At the social, Milly introduces each of the brothers to a prospective bride by pairing them up to help carry in the dishes: Dorcas and Benjamin, Ruth and Caleb, Liza and Daniel, Martha and Ephraim, Sarah and Frank, and Alice and Gideon. However, the town suitors do not take kindly to the arrival of the Pontipee Brothers, especially when they see that their dates are rather taken with the handsome lads. As the dance begins, the suitors cut in to claim their dates from the brothers, and tensions escalate ("The Challenge Dance"). Initially, everyone keeps their cool, but when Adam is slugged by one of the townsmen, a fight breaks out and pandemonium reigns.

Back at home, Milly gives the wounded brothers different remedies for their injuries, but Gideon's ailment is of a different nature: he confesses to Adam that he is in love with Alice. Adam tells him not to think of her, because every girl is the same. Simultaneously, Milly reflects on how Adam is the only man for her ("Love Never Goes Away").

The next morning, Benjamin tells Adam that he wants to go to town rather than stay snowed in all winter; it's clear that Gideon's not the only smitten brother. Adam is confounded that his brothers are "grieving" for girls that they just met, but Milly warns him that, if Benjamin leaves, the others will follow. He agrees to talk to them.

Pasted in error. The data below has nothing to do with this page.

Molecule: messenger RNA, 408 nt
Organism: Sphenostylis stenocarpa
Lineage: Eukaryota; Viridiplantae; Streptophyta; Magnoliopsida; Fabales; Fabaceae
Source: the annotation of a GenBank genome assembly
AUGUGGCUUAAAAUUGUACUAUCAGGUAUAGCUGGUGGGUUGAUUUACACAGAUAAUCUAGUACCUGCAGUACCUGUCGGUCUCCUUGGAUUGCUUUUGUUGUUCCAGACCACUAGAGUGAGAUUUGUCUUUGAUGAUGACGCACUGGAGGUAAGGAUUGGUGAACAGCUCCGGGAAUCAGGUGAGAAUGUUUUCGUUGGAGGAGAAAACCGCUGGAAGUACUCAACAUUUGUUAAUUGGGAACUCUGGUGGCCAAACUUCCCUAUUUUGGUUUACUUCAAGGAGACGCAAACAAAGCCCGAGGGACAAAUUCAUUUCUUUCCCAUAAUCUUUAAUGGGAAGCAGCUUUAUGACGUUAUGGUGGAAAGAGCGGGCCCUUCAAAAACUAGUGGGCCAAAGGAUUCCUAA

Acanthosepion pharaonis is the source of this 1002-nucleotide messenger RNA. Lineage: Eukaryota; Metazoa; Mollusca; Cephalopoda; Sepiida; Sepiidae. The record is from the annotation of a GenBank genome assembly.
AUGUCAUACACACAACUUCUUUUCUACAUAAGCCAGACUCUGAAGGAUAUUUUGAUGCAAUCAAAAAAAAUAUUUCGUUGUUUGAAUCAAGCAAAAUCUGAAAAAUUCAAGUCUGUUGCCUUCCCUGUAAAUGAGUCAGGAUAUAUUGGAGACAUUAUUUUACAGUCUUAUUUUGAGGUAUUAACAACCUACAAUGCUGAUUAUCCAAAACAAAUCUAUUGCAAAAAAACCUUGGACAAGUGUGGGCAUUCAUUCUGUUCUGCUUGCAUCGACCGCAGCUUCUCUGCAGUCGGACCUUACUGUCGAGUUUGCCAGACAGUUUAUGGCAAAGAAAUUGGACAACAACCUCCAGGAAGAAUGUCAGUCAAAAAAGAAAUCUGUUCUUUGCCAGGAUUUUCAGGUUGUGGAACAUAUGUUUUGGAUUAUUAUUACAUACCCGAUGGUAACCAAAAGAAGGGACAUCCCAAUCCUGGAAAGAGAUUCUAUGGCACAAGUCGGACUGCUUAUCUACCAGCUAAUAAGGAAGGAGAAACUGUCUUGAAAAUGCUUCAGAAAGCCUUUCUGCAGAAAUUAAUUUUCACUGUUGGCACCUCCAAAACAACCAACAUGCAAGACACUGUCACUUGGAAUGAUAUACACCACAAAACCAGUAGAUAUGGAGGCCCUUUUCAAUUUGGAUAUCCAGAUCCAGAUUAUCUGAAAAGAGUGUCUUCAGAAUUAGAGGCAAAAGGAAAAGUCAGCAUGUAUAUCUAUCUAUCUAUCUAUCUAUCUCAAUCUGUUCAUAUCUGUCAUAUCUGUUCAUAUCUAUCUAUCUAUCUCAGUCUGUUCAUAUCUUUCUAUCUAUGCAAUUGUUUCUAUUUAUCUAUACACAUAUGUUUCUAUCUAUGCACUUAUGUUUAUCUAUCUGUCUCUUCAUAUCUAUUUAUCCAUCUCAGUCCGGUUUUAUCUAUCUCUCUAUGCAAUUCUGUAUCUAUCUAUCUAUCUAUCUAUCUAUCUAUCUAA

Adam sits his brothers down and tells them that they look like a bunch of "lovesick bull calves" and that they should just marry the girls if they love them so much. When Gideon responds that the fight means folks won't let them into town to court the girls, Adam questions the need for courting. He says that they should just do what the Romans did with the Sabine women – steal them. The brothers agree. Adam gathers the necessary equipment and leads them to town ("The Sobbin' Women").

Act Two

When the brothers arrive in town, they each go off to find their respective brides. Adam warns them to stay out of sight or they'll end up with a rifle to their noses. Each devises a plan to lure his bride away from whomever she is with at the moment, and then summarily throws a blanket over her head and carries her off. The one exception is Gideon, who can't bring himself to do that. He scares Alice with a mouse so that she'll faint, and then carries her off. When the townsmen and suitors realize what has happened, they chase the Pontipees back to the farm. The chase causes an avalanche to go off in Echo Pass, trapping the brothers and the brides at the farm (from a head start) and keeping the townspeople and suitors out until spring. The dismayed suitors and townsmen pray for their girls' virtue ("The Suitors' Lament").